528  conflict of interest as provided under this section, may not aid
  529  or assist that public officer in order to influence the decision
  530  in such a way as to benefit the officer or his or her principal,
  531  relative, or business associate.
  532         Section 6. Subsection (2) of section 112.3144, Florida
  533  Statutes, is amended to read:
  534         112.3144 Full and public disclosure of financial
  535  interests.—
  536         (2) A person who is required, pursuant to s. 8, Art. II of
  537  the State Constitution, to file a full and public disclosure of
  538  financial interests and who has filed a full and public
  539  disclosure of financial interests for any calendar or fiscal
  540  year is shall not be required to file a statement of financial
  541  interests pursuant to s. 112.3145(2) and (3) for the same year
  542  or for any part thereof notwithstanding any requirement of this
  543  part., except that A candidate for office who has filed a full
  544  and public disclosure of financial interests when qualifying as
  545  a candidate before July 1 may file a copy of that disclosure,
  546  instead of filing a second original disclosure, with the
  547  commission as the annual disclosure required under this section.
  548  A candidate who does not qualify until after the annual full and
  549  public disclosure has been filed under this section shall file a
  550  copy of his or her disclosure with the officer before whom he or
  551  she qualifies.
  552         Section 7. Subsections (1), (2), and (3) of section
  553  112.3145, Florida Statutes, are amended to read:
  554         112.3145 Disclosure of financial interests and clients
  555  represented before agencies.—
  556         (1) For purposes of this section, unless the context
  557  otherwise requires, the term:
  558         (a) “Local officer” means:
  559         1. Every person who is elected to office in any political
  560  subdivision of the state, and every person who is appointed to
  561  fill a vacancy for an unexpired term in such an elective office.
  562         2. Any appointed member of any of the following boards,
  563  councils, commissions, authorities, or other bodies of any
  564  county, municipality, school district, independent special
  565  district, or other political subdivision of the state:
  566         a. The governing body of the political subdivision, if
  567  appointed;
  568         b.An expressway authority or transportation authority
  569  established by general law;
  570         b.c. A community college or junior college district board
  571  of trustees;
  572         c.d. A board having the power to enforce local code
  573  provisions;
  574         d.e. A planning or zoning board, board of adjustment, board
  575  of appeals, community redevelopment agency board, or other board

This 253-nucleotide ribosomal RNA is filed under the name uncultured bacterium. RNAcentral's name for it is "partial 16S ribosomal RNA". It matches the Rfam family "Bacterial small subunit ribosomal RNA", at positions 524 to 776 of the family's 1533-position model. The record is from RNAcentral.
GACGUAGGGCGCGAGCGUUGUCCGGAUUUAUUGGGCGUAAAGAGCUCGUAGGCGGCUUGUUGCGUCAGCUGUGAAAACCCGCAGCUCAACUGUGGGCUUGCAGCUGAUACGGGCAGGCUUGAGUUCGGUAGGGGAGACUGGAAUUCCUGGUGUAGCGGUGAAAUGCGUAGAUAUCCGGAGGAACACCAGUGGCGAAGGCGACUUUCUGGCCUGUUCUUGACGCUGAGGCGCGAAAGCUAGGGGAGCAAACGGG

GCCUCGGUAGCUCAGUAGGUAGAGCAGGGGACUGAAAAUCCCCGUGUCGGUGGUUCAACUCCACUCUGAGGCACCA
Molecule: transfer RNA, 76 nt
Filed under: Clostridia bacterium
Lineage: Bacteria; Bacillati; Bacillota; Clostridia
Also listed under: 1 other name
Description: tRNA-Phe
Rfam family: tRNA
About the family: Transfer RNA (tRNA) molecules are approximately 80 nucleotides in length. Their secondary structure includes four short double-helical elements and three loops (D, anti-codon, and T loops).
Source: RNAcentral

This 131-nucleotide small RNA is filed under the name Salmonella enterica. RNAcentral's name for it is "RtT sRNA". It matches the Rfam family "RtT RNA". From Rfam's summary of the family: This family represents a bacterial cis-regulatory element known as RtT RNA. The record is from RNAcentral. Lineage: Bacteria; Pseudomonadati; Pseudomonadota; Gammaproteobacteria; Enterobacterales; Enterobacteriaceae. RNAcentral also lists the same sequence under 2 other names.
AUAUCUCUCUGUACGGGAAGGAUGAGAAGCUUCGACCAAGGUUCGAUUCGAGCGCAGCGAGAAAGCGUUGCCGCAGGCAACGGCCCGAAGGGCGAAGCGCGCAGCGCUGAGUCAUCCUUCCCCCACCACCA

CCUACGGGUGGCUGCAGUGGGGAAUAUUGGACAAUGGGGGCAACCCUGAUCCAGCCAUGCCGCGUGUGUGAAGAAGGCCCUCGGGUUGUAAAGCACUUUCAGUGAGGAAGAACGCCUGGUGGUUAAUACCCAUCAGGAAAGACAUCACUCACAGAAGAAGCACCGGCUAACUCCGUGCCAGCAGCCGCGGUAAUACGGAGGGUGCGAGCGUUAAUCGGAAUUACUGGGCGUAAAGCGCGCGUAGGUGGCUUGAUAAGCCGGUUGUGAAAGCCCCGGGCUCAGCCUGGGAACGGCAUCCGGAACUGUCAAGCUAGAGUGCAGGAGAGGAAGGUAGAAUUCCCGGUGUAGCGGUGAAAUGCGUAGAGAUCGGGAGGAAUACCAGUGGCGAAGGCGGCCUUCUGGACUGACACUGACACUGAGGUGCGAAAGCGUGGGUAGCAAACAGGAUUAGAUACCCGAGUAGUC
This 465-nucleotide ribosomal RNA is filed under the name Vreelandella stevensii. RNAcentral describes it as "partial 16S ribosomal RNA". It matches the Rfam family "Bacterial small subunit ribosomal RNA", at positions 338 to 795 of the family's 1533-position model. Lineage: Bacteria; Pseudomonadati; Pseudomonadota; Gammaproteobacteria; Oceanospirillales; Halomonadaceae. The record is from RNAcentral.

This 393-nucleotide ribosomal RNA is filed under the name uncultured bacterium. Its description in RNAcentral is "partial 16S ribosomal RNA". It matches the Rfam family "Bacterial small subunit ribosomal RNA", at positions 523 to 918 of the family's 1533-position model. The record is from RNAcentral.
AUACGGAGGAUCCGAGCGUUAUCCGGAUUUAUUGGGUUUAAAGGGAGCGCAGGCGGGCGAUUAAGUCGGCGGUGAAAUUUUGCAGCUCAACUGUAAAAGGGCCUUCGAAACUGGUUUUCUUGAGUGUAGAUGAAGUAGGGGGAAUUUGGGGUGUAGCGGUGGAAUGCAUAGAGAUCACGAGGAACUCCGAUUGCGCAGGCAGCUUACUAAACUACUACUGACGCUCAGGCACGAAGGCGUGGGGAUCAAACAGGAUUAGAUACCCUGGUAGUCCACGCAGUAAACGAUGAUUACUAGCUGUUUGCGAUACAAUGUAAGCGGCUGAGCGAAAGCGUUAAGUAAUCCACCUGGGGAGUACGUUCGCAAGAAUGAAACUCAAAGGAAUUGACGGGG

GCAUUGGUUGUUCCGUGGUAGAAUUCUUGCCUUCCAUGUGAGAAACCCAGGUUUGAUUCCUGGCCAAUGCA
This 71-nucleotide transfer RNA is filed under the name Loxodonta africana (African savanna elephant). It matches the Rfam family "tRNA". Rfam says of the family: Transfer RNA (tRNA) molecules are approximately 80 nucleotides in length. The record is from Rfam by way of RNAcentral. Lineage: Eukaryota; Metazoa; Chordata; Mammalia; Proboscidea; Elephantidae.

576  having the power to recommend, create, or modify land planning
  577  or zoning within the political subdivision, except for citizen
  578  advisory committees, technical coordinating committees, and such
  579  other groups who only have the power to make recommendations to
  580  planning or zoning boards;
  581         e.f. A pension board or retirement board having the power
  582  to invest pension or retirement funds or the power to make a
  583  binding determination of one’s entitlement to or amount of a
  584  pension or other retirement benefit; or
  585         f.g. Any other appointed member of a local government board
  586  who is required to file a statement of financial interests by
  587  the appointing authority or the enabling legislation, ordinance,
  588  or resolution creating the board.
  589         3. Any person holding one or more of the following
  590  positions: mayor; county or city manager; chief administrative
  591  employee of a county, municipality, or other political
  592  subdivision; county or municipal attorney; finance director of a
  593  county, municipality, or other political subdivision; chief
  594  county or municipal building code inspector; county or municipal
  595  water resources coordinator; county or municipal pollution
  596  control director; county or municipal environmental control
  597  director; county or municipal administrator, with power to grant
  598  or deny a land development permit; chief of police; fire chief;
  599  municipal clerk; district school superintendent; community
  600  college president; district medical examiner; or purchasing
  601  agent having the authority to make any purchase exceeding the
  602  threshold amount provided for in s. 287.017 for CATEGORY ONE, on
  603  behalf of any political subdivision of the state or any entity
  604  thereof.
  605         (b) “Specified state employee” means: